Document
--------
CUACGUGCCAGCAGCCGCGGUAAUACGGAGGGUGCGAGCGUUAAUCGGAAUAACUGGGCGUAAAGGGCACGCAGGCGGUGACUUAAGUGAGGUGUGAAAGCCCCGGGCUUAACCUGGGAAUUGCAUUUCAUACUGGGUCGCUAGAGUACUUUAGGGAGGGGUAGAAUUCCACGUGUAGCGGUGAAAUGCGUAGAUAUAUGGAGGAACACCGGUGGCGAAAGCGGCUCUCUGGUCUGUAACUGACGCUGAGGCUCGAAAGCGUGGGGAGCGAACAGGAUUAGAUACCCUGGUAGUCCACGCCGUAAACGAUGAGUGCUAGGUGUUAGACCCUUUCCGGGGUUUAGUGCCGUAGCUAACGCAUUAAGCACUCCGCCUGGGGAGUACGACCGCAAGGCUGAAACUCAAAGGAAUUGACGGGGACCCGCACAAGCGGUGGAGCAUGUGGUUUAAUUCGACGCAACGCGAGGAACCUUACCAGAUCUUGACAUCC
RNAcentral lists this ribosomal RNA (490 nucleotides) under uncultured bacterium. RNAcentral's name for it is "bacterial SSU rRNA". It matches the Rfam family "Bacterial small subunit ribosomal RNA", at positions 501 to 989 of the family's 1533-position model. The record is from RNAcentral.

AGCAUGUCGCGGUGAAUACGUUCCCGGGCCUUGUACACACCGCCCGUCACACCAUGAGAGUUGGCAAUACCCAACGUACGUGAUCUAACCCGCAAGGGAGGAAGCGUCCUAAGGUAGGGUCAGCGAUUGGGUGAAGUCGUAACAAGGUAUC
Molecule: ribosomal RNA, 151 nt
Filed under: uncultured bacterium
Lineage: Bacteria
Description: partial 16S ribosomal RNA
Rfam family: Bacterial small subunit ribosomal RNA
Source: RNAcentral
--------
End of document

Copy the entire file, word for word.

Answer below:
CUACGUGCCAGCAGCCGCGGUAAUACGGAGGGUGCGAGCGUUAAUCGGAAUAACUGGGCGUAAAGGGCACGCAGGCGGUGACUUAAGUGAGGUGUGAAAGCCCCGGGCUUAACCUGGGAAUUGCAUUUCAUACUGGGUCGCUAGAGUACUUUAGGGAGGGGUAGAAUUCCACGUGUAGCGGUGAAAUGCGUAGAUAUAUGGAGGAACACCGGUGGCGAAAGCGGCUCUCUGGUCUGUAACUGACGCUGAGGCUCGAAAGCGUGGGGAGCGAACAGGAUUAGAUACCCUGGUAGUCCACGCCGUAAACGAUGAGUGCUAGGUGUUAGACCCUUUCCGGGGUUUAGUGCCGUAGCUAACGCAUUAAGCACUCCGCCUGGGGAGUACGACCGCAAGGCUGAAACUCAAAGGAAUUGACGGGGACCCGCACAAGCGGUGGAGCAUGUGGUUUAAUUCGACGCAACGCGAGGAACCUUACCAGAUCUUGACAUCC
RNAcentral lists this ribosomal RNA (490 nucleotides) under uncultured bacterium. RNAcentral's name for it is "bacterial SSU rRNA". It matches the Rfam family "Bacterial small subunit ribosomal RNA", at positions 501 to 989 of the family's 1533-position model. The record is from RNAcentral.

AGCAUGUCGCGGUGAAUACGUUCCCGGGCCUUGUACACACCGCCCGUCACACCAUGAGAGUUGGCAAUACCCAACGUACGUGAUCUAACCCGCAAGGGAGGAAGCGUCCUAAGGUAGGGUCAGCGAUUGGGUGAAGUCGUAACAAGGUAUC
Molecule: ribosomal RNA, 151 nt
Filed under: uncultured bacterium
Lineage: Bacteria
Description: partial 16S ribosomal RNA
Rfam family: Bacterial small subunit ribosomal RNA
Source: RNAcentral